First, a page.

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Rasmus Haagensen graduated in social science and sports science while he was a professional handball player in Denmark. In 2007, he set up the player development unit of the Danish football player union Spillerforeningen.

He and his union colleagues have helped hundreds of players to prepare for life after football.  Rasmus spoke to ‘Mind the Gap’ about his work.

At what age do you approach players?
We first approach players in the Under-19 age group. Usually they have just finished high school – which is quite a struggle in itself – and they want to take a few years to get established in football. That’s understandable but at the same time the longer you wait the more difficult it will be. When players get older it’s easier to convince them they should take up some courses. It’s about building trust so that they can open up and take up the support we offer. We try to get them to find out about themselves, what they want to do after football and what their skills are to enable them to find a suitable path. It is a process that can take months and even years.

Is it difficult to convince footballers to study?
We need to be a bit pushy. It’s easy for players to postpone things. We need to find that motivation in them to do something. If we find that motivation, then we will 'hold their hand' to get them moving in the right direction. Then we slowly start to let go off their hands. Very often it takes us one or two years of coaching before players come to a conclusion as to what they want to do after football. The first times we speak with them they often find it quite difficult to identify areas of interest besides football.

Can footballers fit studying into their schedule?
When we started out in 2007 we began by speaking to all the universities in Denmark. Back then some universities had courses designed for athletes but now there are more and more. These courses allow athletes to do courses online, postpone exams and prolong courses; for example, we have advised a young player at Aalborg University doing a 5-year engineering program over 10 years. These courses also have a contact person for athletes whose job is to help them with their schedule. It is fine for players to study with regular students – they will discover the world outside football which is meaningful for them – but it’s not always possible because of their training and match schedules.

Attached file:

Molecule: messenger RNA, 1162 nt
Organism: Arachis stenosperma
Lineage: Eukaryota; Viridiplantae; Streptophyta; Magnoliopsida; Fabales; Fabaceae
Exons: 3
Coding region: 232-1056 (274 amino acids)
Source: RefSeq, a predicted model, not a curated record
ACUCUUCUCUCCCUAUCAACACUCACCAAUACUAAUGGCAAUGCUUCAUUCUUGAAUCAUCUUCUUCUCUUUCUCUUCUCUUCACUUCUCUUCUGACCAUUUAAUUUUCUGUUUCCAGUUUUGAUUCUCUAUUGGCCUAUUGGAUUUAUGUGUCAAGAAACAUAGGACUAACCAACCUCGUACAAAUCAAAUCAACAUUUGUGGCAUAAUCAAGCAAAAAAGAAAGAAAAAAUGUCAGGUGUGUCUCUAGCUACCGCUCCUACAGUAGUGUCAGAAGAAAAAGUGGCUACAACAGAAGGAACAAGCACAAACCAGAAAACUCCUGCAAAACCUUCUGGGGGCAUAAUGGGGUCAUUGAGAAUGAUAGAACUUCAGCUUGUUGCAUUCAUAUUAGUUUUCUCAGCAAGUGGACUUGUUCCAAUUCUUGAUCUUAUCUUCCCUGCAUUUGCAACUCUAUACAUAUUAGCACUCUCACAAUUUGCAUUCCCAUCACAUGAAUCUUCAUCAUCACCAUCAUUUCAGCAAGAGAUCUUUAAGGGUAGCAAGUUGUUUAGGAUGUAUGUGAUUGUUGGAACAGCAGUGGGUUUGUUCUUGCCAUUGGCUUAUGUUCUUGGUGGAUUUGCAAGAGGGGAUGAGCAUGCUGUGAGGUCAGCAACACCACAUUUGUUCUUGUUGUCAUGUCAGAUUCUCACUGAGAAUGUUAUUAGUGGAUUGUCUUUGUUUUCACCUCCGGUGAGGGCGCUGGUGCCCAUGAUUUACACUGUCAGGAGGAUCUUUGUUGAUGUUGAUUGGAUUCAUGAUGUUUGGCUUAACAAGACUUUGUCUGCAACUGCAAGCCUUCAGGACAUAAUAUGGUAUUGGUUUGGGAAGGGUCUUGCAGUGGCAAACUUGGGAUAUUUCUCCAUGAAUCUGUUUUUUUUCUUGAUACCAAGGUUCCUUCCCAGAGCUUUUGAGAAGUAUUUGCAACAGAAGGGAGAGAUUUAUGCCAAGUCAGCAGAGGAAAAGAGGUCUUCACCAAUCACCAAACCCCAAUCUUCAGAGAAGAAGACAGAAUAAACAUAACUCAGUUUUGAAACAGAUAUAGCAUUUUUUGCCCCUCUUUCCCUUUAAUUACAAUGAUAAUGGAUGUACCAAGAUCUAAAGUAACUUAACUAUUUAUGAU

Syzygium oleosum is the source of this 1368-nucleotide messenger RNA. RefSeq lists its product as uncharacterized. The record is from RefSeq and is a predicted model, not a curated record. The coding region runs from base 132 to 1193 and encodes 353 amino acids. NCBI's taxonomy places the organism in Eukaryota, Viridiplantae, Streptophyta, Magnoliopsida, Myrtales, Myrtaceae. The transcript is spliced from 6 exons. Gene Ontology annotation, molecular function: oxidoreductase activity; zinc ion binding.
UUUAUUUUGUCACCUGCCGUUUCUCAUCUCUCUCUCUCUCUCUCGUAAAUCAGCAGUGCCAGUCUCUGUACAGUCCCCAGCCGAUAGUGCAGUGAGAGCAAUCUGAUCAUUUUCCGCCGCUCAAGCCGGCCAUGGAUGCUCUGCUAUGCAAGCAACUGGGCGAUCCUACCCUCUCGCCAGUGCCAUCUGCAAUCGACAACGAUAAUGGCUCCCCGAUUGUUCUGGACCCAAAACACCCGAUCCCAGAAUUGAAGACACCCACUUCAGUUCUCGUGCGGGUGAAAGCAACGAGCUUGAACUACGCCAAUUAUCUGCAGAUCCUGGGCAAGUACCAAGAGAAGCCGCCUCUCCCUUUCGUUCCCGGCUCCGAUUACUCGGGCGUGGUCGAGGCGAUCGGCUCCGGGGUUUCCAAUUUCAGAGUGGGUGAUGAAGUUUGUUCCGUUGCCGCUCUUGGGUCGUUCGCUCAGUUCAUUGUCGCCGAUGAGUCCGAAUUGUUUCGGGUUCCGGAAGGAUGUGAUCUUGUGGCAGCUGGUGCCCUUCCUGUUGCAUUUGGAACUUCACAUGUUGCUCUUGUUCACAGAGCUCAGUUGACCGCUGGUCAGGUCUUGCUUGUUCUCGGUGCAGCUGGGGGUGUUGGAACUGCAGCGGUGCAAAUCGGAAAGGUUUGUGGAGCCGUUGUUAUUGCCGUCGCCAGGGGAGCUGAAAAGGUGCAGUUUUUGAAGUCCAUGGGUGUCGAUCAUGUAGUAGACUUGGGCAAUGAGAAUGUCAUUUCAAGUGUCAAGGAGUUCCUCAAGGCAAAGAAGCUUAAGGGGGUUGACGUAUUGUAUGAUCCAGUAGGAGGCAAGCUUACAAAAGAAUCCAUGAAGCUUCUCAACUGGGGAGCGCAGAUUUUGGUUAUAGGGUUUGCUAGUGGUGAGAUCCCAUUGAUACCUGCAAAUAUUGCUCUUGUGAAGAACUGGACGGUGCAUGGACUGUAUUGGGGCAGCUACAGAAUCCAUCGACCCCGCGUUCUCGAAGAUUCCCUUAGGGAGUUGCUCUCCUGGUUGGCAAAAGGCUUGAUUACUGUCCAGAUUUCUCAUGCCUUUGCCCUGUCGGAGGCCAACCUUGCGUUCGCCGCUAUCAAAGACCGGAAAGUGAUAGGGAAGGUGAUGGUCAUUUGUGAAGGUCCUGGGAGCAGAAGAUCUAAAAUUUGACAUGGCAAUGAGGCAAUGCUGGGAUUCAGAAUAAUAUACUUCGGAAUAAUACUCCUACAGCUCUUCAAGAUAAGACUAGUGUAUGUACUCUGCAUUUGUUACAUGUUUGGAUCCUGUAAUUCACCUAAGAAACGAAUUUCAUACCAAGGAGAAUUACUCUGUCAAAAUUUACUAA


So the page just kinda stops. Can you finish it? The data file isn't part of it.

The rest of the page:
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Andreas Bjelland (left) playing for Brentford in April. He continued his management course, sitting an exam by Skype while in England. Credit: VI Images.

What happens if a player transfers to a club abroad?
It’s possible to carry on for some online courses. For example, Andreas Bjelland (a national-team player with FC Copenhagen) is studying a management course online and was able to continue with the course while playing in London for Brentford FC. He was even able to sit an exam using Skype. It’s not possible for the most technical course like engineering and physiotherapy for which internships and practical classes are necessary.

Do clubs mind players studying?
We signed an agreement with the Danish league and clubs four years ago that we will visit clubs regularly and speak to players. This is a great starting point. The clubs together help fund our work with 1.8 million Danish kroner per year (about $280,000). There will always be an issue if coaches are against players studying but gradually the culture is changing: there are role models and a realization that studying doesn’t have to interfere with football. It is very important that the club leaves the impression on players that it is ok to study. The more they encourage the players, the better. We estimate that about 25% of players in Denmark today do some kind of further education.

What kind of courses are footballers interested in?
Everything from sales courses to sports management, teaching and personal coaching. We encourage them to look further than football but of course some want to stay in football. Finding the right education course is just one pillar of what we do. We also have a CV database that matches players with employers and a ‘transition program’ that helps players who are in the last year or two of their career prepare for life after football. Players are invited to a yearly seminar where they get individual help to prepare for transition and get the chance to speak with a psychologist and former players who have left football. It helps them understand the emotions they will go through, and prepare their next steps.